Discovery is grounded until at least the end of the month by a hydrogen gas leak. The leak forced NASA to call off last Friday's launch attempt.
Later, a 20-inch crack in the foam insulation of the fuel tank was discovered.
On Wednesday, workers removed sections of the damaged foam for analysis. They were surprised to find two cracks in the actual aluminum surface of the tank.
NASA spokesman Allard Beutel says tank cracks like this have been fixed before at the production facility in New Orleans. But the work has never been attempted at the launch pad. Beutel says engineers are looking at what it would take to fix the tank at the pad.
Based on experience repairing similar cracks on other tanks, sources said, engineers believe the damage can be fixed at the pad before the next launch window opens at the end of the month, reports CBS News space consultant Bill Harwood.
NASA managers are expected to order a tanking test to make sure the new hardware is leak free before moving forward with another countdown, sources told Harwood. And that assumes the crack repair work goes well. To minimize the impact of a fueling test on other pad operations, only liquid hydrogen would be loaded into the external tank's lower section to confirm the replacement vent line attachment is working properly.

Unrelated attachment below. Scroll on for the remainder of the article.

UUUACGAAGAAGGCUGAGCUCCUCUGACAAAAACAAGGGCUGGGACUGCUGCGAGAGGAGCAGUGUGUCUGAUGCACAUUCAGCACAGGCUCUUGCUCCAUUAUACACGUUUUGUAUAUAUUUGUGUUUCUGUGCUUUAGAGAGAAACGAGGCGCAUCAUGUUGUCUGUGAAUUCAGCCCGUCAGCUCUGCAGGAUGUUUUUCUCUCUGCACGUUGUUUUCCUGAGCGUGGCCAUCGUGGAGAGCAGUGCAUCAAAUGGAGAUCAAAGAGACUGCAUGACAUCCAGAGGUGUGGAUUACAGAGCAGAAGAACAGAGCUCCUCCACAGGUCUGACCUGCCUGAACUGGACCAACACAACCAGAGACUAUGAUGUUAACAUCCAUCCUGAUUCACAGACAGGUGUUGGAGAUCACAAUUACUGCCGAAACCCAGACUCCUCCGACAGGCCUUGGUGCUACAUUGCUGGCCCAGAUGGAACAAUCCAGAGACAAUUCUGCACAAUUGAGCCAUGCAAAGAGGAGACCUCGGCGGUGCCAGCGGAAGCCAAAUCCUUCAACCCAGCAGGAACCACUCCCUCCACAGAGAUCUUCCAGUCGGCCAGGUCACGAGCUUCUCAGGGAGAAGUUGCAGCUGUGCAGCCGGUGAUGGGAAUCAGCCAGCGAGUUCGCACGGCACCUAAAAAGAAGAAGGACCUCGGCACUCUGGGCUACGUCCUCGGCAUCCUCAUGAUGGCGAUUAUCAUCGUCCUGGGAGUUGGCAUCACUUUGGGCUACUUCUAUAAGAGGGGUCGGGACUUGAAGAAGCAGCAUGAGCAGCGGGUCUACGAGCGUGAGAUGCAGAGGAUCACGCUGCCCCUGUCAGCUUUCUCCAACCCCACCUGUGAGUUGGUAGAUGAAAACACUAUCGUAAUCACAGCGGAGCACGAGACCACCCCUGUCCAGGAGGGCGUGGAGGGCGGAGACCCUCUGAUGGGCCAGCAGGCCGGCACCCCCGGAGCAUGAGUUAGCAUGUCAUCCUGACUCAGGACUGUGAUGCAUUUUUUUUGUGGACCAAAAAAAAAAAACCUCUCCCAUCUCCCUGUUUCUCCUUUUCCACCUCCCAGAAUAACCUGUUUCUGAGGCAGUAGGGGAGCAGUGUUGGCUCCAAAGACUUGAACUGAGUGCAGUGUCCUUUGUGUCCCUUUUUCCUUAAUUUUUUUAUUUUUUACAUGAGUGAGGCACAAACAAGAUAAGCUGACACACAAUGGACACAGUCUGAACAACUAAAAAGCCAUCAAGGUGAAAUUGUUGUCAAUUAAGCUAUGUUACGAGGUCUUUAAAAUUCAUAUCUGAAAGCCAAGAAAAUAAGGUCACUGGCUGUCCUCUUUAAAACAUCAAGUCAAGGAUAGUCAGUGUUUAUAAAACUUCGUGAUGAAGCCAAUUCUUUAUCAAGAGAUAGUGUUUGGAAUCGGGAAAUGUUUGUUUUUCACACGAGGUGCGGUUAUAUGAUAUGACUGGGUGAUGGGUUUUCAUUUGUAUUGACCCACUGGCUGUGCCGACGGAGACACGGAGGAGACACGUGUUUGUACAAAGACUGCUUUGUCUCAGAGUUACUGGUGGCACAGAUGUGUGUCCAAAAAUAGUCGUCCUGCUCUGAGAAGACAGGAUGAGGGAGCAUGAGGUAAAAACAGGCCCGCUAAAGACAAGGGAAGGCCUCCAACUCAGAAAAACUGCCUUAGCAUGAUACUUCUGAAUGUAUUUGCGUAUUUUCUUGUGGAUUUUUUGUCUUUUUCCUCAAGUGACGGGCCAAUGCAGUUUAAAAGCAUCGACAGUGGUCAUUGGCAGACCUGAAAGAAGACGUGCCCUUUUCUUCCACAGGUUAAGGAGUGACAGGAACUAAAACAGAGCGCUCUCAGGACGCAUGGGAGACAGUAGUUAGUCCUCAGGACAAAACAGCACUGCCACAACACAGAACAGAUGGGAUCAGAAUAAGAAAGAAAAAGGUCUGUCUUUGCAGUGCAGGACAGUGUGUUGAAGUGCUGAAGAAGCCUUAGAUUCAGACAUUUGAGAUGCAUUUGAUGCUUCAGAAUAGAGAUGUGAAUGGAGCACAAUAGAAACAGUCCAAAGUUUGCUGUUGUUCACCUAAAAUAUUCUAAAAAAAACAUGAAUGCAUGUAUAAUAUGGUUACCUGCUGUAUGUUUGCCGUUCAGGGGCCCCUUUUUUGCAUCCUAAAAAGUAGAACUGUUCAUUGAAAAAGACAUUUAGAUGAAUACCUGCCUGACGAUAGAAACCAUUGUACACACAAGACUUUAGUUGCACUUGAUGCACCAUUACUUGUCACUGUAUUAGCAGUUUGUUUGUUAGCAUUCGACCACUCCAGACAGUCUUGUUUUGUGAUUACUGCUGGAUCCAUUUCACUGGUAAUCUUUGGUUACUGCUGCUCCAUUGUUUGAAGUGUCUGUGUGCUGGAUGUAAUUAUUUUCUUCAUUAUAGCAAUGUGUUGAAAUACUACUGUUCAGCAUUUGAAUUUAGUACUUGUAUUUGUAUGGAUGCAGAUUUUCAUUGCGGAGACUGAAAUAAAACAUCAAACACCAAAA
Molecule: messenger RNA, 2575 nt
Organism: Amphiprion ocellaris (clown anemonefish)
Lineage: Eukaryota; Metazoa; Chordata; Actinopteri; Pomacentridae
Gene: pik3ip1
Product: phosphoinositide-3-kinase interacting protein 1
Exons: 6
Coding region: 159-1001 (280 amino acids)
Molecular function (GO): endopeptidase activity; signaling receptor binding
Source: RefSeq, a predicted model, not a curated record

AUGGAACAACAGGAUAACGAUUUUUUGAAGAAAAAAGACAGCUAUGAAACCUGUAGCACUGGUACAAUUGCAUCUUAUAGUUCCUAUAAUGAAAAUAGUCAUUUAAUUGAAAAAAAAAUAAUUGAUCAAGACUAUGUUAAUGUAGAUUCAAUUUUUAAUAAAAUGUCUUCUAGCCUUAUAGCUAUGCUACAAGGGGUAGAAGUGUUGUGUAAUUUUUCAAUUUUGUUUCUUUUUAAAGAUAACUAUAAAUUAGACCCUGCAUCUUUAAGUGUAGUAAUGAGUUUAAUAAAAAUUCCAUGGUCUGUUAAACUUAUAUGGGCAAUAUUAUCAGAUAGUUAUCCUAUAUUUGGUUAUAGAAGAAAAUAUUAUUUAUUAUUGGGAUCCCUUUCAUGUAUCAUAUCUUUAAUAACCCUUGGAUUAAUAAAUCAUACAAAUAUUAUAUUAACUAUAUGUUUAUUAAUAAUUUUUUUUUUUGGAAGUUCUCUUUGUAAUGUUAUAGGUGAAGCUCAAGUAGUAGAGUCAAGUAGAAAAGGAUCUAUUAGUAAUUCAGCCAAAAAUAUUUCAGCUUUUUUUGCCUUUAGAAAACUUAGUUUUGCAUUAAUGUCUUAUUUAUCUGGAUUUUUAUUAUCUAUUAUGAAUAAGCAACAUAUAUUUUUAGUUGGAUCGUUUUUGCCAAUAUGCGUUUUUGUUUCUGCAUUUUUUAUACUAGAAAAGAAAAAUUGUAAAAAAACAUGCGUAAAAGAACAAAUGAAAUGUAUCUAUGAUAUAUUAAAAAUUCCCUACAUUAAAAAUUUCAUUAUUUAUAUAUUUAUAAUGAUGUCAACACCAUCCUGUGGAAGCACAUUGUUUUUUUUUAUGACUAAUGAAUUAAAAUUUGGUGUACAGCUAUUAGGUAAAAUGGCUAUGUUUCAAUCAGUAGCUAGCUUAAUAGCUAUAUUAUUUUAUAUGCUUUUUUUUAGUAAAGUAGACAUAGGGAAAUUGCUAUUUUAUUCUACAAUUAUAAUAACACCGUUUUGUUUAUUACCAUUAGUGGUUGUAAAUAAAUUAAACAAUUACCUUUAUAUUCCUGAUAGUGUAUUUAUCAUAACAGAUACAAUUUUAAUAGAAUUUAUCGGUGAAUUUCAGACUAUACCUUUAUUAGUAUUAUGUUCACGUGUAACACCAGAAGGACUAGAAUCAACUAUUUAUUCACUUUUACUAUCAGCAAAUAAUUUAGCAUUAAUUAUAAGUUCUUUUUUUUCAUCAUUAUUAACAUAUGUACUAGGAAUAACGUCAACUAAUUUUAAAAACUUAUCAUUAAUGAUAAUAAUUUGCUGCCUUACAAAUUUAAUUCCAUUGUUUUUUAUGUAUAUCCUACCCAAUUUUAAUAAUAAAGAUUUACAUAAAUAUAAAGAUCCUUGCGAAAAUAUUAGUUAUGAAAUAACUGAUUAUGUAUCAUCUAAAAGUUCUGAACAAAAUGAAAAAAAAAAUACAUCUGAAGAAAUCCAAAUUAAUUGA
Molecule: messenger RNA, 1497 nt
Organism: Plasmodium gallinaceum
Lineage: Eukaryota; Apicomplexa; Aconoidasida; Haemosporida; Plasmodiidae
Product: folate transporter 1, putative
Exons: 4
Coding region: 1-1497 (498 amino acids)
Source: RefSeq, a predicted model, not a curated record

It is not yet clear what caused the underlying crack, Harwood reports. It presumably could have been triggered by temperature-induced stress as the tank was loaded with supercold liquid oxygen and hydrogen rocket fuel.
The year's final shuttle launch window opens Nov. 30 and closes Dec. 5 or 6, Harwod reports. If Discovery is not off the pad by then, the flight will slip to the end of February because of conflicts with other space station missions; a prohibition against flying over New Year's to avoid possible year-end rollover issues with the shuttle's software; and because of temperature constraints related to the space station's orbit.
Whether Discovery's launch team can complete the leak repair and fix the crack damage in time for a Nov. 30 liftoff is not yet known, but engineers are cautiously optimistic, Harwood reports. The schedule is considered "success oriented," however, and there is little margin for error.